The commission could also become a formal structure and be expanded to include the private sector and diasporas.

How would you characterize the relationship: collaboration or competition?

Both of them. The relationship between Nigeria and South Africa is often characterized by collaboration as well as intense competition. Collaboration is good and desirable, but so is healthy competition or rivalry, especially when it comes to creating and innovating.

It is a love-hate relationship.

Both countries have helped advance pan-African ideals by providing effective continental leadership. They have called on other countries to restore peace and stability to troubled African countries. Nigeria and South Africa defended the birth of the New Partnership for Africa’s Development , the african union and established a joint commission, all in an attempt to promote the rebirth of Africa.

On the other hand, several problems have strained their relationship. These include xenophobic attacks against immigrants, including Nigerians, in South Africa.

At other levels, the evaluation of relationships is simply a function of perception and guesswork. These are often framed in the garb of hegemonic discourse. For example, Nigeria likes to project itself as the giant of Africa. He also likes to emphasize his leadership role within the Economic Community of West African States.

For its part, South Africa projects itself as a regional power in the Southern African Development Community.

The interconnected nature of the global economy, the political and economic challenges on the continent, and the need for African unity dictate that Nigeria and South Africa collaborate. In doing so, they should not be seen as imperialists, but as partners with other African governments.

Has South Africa done enough to tackle xenophobia?

Xenophobic attacks in South Africa have been a major drawback in contemporary African relations. South Africa’s constitution and immigration policy are built on the cornerstone of human rights doctrines. But protecting the lives and property of immigrants in post-apartheid South Africa remains a subject of great controversy.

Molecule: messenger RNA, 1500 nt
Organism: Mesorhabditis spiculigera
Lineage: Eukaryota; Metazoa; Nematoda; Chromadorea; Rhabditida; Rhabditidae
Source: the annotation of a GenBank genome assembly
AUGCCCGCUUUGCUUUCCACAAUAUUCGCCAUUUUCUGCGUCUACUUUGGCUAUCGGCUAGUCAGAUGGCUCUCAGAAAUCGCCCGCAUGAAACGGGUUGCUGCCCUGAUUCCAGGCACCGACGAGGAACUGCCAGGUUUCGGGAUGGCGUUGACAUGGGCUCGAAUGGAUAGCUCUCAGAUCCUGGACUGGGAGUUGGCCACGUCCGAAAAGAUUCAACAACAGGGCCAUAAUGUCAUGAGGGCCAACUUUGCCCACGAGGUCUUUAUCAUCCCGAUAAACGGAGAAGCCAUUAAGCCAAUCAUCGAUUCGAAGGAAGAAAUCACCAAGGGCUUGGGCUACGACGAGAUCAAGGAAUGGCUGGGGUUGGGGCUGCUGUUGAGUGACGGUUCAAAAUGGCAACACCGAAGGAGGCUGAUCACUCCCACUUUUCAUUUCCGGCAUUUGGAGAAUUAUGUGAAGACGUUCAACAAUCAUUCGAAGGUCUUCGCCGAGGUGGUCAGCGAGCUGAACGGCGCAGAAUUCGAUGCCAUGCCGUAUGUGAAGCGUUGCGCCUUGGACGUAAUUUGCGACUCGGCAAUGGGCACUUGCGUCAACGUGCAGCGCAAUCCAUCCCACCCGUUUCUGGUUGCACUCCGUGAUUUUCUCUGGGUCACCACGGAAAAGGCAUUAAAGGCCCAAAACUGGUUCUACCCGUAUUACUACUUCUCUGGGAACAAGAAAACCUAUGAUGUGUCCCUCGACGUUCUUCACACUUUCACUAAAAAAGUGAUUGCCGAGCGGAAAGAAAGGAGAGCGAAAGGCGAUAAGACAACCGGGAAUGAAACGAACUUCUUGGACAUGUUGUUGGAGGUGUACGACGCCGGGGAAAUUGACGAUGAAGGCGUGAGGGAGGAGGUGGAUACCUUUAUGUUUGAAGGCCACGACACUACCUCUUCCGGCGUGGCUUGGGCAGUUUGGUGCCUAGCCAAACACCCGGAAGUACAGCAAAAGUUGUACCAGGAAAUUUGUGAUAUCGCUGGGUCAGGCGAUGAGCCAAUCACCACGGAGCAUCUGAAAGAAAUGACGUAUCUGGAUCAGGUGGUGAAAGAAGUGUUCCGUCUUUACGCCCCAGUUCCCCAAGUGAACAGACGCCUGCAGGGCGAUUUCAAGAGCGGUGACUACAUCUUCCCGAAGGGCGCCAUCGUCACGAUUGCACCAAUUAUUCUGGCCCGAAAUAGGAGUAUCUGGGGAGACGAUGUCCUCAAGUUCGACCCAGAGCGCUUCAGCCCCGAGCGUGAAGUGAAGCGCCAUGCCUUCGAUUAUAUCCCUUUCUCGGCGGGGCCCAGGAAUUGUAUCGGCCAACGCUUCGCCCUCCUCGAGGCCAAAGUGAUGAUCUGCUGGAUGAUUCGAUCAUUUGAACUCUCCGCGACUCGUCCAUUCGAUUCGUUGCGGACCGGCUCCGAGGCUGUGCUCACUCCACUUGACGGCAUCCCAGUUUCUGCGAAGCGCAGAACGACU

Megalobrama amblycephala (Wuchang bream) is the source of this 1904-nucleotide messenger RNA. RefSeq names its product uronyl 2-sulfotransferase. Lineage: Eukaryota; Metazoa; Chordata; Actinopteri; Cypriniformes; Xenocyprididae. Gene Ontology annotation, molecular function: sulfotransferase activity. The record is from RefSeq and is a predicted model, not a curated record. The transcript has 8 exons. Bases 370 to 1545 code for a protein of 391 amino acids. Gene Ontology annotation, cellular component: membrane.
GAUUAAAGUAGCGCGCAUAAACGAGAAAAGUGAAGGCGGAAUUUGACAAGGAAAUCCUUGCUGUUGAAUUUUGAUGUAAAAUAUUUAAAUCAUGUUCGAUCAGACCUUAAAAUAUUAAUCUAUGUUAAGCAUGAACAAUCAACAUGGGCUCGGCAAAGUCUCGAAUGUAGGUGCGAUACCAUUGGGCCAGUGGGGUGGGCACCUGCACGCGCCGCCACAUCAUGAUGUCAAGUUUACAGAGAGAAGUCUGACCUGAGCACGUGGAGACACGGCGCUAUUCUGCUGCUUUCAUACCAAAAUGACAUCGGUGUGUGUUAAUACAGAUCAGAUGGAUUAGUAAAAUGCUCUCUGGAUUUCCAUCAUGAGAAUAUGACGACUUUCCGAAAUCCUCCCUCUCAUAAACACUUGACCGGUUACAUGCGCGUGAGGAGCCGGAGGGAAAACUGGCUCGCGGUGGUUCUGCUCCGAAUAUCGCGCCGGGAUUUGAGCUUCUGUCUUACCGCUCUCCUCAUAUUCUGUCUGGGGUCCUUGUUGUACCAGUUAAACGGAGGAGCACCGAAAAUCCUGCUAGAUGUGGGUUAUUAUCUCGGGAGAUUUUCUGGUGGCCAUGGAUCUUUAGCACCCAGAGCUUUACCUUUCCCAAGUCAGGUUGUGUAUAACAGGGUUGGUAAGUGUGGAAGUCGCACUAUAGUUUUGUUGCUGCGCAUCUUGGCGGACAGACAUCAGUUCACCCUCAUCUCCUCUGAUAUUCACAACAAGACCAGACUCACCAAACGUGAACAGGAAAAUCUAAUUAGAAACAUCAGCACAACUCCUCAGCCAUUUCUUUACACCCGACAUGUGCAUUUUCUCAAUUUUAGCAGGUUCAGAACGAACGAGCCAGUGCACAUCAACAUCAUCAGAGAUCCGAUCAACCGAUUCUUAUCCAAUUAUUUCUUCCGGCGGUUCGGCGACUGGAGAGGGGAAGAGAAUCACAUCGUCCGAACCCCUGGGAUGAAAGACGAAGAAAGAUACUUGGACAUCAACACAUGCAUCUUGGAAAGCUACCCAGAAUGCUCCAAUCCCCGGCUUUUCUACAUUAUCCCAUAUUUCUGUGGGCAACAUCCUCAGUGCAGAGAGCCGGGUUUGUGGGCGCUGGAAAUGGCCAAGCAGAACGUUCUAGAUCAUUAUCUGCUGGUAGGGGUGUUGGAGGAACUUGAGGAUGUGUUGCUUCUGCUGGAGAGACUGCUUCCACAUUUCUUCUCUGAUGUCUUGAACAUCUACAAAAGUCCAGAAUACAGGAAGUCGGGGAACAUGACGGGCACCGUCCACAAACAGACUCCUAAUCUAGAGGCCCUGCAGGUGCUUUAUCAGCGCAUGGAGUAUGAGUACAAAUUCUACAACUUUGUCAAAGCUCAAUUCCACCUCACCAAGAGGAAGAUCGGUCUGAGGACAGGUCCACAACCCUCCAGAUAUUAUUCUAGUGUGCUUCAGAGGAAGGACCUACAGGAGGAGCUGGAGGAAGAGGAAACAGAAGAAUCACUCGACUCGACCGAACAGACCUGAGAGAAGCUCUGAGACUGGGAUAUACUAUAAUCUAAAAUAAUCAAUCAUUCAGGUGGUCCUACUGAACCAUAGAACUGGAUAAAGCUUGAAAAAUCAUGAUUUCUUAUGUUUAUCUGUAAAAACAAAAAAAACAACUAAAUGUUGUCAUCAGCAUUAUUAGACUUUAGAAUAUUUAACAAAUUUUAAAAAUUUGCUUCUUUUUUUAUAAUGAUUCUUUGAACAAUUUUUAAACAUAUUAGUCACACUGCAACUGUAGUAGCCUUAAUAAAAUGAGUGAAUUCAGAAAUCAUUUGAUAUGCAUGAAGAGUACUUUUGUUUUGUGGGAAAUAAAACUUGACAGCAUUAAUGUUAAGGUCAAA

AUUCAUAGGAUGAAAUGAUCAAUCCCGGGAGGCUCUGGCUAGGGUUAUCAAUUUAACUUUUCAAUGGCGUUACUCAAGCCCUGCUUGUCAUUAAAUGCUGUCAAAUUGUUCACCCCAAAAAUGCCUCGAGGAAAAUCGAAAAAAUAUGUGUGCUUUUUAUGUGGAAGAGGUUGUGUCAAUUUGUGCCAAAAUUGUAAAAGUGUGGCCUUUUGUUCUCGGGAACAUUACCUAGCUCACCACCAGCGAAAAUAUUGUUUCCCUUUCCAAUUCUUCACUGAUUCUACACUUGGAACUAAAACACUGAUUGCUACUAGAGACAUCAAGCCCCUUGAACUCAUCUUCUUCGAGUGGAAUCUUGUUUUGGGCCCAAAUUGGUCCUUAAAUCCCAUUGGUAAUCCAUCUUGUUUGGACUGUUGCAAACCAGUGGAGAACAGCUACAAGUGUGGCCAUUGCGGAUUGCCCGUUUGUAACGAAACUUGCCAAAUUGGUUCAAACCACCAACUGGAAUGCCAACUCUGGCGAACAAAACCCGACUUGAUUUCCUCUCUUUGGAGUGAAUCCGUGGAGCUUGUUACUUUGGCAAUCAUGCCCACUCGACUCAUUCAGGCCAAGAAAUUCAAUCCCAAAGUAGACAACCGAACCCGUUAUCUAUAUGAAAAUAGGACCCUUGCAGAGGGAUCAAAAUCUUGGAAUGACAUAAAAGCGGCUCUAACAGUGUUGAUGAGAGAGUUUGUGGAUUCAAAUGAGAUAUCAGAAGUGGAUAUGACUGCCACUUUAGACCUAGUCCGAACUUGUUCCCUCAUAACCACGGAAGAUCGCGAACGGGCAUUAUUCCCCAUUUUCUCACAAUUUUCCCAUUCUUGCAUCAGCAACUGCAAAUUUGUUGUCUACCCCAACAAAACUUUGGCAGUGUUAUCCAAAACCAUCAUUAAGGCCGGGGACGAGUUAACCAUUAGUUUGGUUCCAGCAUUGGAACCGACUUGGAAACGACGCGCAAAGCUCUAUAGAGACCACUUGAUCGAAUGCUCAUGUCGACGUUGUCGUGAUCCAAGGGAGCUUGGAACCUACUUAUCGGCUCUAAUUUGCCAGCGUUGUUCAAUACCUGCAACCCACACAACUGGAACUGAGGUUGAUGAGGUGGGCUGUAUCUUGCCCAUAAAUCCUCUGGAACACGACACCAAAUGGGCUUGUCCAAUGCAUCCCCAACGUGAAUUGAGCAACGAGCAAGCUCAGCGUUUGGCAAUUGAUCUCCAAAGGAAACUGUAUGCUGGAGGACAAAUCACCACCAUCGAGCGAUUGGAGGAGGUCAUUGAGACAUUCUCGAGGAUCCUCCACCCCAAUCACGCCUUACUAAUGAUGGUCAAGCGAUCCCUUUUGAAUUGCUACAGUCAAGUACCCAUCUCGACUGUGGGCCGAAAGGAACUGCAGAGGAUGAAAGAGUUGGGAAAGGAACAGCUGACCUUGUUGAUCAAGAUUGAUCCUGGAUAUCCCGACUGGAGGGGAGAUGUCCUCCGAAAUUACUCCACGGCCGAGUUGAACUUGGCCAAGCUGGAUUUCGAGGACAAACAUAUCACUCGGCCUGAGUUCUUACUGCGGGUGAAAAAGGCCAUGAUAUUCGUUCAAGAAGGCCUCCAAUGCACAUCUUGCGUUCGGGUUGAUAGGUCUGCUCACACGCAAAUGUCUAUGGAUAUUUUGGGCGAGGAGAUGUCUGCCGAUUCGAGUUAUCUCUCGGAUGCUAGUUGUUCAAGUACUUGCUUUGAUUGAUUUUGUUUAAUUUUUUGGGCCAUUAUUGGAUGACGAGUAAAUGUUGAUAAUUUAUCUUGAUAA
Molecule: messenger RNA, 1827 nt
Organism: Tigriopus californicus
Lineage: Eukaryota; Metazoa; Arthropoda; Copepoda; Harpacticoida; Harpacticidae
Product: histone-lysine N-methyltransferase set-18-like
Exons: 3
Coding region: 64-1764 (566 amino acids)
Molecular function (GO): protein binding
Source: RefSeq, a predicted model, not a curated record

Following the xenophobic attacks of 2019, the South African government apologized to Nigeria. But there are more South African leaders who can do. This includes engaging leaders and youth in open, frank, constructive, and ongoing conversations about their responsibility to respect humanity and to take a stand against the kind of barbarism that shaped their own recent history. They must hold high-level political visits like that of President Ramaphosa.

Above all, however, they must demonstrate a greater commitment to tackling the social ills of poverty and inequality at the center of young people’s grievances. One of the main causes of xenophobic attacks is the persistent socio-economic crisis and feelings of deprivation among young black South Africans. Inequality and poverty are deeply embedded in the country’s apartheid and colonial legacy. This has been compounded by the post-1994 failures of successive administrations to transform the economy and make it more inclusive.

The South African government must address these problems. And guarantee justice for the victims.

Adedeji Ademola, PhD Candidate in the Department of International Relations, Obafemi Awolowo University, Ile Ife, helped research this article.The conversation

Olawale Olusola, Expert in International Relations, Obafemi Awolowo University

This article is republished from The conversation under a Creative Commons license. Read the Original article.